CROP Poverty Brief no 31, April 2016:
Sporting mega-events are regarded as vehicles for urban and economic development, leaving host cities and nations with lasting ‘legacies’. But what kind of development do the events facilitate, and which legacies do they produce? This Brief considers the case of Rio de Janeiro. It argues that in order for mega-events to play a constructive role in the reduction of poverty and urban inequality, this must become a genuine priority of the events’ organising bodies in Rio as well as in future host cities and nations.
• Sporting mega-events are considered vehicles for urban and economic development; providing impetus to the local economy while creating ‘legacies’ in the form of infrastructure and other upgrades.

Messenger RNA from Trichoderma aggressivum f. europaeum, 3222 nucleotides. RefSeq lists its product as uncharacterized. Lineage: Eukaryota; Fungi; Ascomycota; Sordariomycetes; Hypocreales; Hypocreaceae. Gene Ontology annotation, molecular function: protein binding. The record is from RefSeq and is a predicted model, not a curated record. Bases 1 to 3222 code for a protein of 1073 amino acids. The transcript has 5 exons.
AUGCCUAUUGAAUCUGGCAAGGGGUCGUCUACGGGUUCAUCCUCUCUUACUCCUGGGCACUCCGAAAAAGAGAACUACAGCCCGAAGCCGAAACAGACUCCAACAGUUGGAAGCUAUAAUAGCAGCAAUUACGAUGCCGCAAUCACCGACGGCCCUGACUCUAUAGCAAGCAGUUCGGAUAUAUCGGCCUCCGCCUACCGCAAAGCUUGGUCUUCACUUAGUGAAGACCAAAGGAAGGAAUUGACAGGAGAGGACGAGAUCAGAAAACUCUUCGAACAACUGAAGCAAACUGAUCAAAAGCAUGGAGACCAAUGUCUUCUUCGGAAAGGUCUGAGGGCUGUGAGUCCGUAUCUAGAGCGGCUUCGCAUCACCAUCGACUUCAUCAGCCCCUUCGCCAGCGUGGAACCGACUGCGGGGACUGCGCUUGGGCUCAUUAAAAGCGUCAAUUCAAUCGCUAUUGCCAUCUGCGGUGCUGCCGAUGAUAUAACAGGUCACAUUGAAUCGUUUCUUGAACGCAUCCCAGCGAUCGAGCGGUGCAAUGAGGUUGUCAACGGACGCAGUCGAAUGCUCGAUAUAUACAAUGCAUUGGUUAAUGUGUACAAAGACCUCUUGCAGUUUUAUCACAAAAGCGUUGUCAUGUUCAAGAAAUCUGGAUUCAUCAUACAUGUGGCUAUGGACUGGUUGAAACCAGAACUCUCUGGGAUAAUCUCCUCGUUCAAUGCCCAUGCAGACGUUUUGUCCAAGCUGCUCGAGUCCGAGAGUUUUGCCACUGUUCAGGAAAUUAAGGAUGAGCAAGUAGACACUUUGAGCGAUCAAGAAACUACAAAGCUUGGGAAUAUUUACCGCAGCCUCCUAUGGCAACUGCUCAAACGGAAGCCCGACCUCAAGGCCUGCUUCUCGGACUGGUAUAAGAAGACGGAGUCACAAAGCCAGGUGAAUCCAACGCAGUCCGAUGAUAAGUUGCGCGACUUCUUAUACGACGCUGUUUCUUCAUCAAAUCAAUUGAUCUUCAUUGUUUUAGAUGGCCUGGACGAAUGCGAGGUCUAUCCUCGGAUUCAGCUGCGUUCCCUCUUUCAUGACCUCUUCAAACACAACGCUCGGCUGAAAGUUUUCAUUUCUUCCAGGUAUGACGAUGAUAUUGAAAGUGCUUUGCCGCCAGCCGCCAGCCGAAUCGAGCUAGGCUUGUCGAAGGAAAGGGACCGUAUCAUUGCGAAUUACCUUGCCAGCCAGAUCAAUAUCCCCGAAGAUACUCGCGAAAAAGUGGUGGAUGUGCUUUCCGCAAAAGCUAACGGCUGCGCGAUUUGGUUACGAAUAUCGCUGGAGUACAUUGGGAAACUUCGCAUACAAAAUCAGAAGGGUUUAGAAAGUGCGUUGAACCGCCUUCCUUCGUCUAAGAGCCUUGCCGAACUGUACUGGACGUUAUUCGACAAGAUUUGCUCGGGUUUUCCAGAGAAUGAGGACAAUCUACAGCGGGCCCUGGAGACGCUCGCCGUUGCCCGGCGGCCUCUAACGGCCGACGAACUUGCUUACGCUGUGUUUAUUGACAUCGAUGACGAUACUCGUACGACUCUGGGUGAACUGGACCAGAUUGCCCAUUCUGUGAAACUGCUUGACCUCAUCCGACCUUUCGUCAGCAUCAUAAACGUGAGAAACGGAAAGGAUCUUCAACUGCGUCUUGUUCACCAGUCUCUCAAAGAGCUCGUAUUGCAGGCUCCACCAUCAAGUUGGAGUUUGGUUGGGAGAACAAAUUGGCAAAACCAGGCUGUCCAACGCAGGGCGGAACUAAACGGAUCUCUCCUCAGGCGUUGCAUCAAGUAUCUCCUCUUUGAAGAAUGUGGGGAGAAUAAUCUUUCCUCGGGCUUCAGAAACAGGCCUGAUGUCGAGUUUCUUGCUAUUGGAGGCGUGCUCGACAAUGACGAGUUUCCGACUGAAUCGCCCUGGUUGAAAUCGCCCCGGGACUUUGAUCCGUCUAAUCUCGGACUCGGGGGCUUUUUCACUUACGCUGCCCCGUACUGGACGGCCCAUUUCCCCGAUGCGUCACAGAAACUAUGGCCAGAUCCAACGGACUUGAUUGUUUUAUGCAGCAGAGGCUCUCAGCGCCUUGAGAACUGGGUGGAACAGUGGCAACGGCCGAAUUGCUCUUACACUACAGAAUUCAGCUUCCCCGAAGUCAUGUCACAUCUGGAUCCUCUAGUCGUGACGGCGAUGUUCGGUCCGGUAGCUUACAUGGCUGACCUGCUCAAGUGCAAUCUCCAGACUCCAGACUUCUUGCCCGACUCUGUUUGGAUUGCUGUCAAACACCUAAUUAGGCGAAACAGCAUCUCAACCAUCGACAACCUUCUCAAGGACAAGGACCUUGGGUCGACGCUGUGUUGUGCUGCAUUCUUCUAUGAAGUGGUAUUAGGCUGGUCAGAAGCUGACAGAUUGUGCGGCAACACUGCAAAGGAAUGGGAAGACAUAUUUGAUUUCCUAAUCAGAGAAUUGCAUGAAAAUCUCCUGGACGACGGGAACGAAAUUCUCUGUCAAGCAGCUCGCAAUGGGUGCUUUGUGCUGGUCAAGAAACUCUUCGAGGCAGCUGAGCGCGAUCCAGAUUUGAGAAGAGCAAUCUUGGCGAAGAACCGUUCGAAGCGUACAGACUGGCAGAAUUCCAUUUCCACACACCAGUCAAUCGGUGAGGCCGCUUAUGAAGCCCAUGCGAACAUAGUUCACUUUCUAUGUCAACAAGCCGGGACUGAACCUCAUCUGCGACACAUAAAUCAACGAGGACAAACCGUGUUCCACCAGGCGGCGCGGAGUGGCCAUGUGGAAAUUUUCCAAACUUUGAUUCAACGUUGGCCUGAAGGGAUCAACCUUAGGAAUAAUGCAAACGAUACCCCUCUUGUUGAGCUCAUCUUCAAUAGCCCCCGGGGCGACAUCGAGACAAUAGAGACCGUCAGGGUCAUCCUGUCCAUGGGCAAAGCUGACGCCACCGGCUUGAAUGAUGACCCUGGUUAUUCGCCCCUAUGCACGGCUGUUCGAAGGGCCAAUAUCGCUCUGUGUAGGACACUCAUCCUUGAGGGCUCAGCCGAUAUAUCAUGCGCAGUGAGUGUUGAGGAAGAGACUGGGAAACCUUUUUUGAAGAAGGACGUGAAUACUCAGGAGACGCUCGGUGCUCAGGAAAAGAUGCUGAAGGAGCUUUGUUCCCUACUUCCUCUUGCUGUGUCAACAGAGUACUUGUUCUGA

• In Rio de Janeiro, legacy projects intended to improve living conditions in self-built neighbourhoods have been mostly abandoned. Instead several such neighbourhoods have been targeted for removal to make valuable land available for other purposes.
• In their current form, sporting mega-events exacerbate pre-existing inequalities and economic marginality. In order for this to change, the priorities of the events’ organising bodies and host cities must be radically reconfigured.
Read the full text here.